On a paced mixed-model assembly line various product variants are assembled in the same sequence of serially arranged workstations that make up the line. The goal is to assemble the products with the lowest cost possible while meeting demand requirements. Since the work content of product variants may differ at each workstation, the sequence of jobs assembled on the line can have a significant impact on line performance.
Job sequencing has been studied extensively. A majority of the published research assumes that job processing times are deterministic and known. In this research, job sequencing on assembly lines is examined when job processing times are not known and are replaced by fixed scale surrogate values. The surrogate values represent the expert judgement of engineers, managers, and operating personnel. Designed experiments were conducted to examine surrogate value properties and their effect on job sequence performance (e.g., makespan and number of work overload situations).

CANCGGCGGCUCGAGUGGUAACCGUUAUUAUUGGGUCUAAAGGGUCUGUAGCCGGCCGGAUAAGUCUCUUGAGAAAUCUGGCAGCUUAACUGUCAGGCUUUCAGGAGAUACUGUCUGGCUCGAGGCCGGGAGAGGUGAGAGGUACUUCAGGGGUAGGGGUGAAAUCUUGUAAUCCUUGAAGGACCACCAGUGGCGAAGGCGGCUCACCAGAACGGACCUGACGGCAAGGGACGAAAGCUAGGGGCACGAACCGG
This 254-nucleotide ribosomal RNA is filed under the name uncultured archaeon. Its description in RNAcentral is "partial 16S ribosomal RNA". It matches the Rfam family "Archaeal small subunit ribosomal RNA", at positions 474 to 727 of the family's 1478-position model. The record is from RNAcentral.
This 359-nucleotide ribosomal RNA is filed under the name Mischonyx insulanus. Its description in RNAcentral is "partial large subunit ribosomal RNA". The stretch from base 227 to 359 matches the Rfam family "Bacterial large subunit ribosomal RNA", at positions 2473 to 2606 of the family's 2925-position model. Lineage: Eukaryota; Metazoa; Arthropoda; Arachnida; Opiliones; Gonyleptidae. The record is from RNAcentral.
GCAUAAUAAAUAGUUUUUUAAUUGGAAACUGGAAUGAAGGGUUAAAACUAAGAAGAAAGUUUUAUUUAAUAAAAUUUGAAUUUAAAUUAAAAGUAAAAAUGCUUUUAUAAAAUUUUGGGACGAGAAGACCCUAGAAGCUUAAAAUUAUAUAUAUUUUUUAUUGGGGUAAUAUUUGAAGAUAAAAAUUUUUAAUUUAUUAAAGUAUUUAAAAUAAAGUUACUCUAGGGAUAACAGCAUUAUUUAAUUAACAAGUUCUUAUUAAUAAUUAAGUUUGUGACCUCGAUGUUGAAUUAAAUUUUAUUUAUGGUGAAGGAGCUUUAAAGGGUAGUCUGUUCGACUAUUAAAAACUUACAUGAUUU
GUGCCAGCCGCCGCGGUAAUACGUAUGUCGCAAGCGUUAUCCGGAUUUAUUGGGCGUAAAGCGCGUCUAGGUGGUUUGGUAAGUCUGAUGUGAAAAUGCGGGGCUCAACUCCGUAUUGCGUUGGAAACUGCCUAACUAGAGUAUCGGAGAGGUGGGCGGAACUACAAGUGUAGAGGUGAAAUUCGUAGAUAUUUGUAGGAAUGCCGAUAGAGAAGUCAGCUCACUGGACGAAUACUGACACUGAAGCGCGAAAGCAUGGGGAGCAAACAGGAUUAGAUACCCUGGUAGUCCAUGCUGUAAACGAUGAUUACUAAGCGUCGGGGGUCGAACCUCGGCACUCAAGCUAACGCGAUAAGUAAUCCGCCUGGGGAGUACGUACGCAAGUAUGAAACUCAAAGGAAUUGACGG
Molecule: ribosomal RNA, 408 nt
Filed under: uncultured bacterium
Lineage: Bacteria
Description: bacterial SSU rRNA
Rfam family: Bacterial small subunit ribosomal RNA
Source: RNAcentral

Results indicate that the use of surrogate values as an alternative to job processing times performs well in certain assembly system environments. Although job sequences obtained using surrogate values might not perform as well as sequences obtained using job processing times, these times are often not known. Thus the use of surrogate values can be an effective substitute for job processing times when sequencing jobs.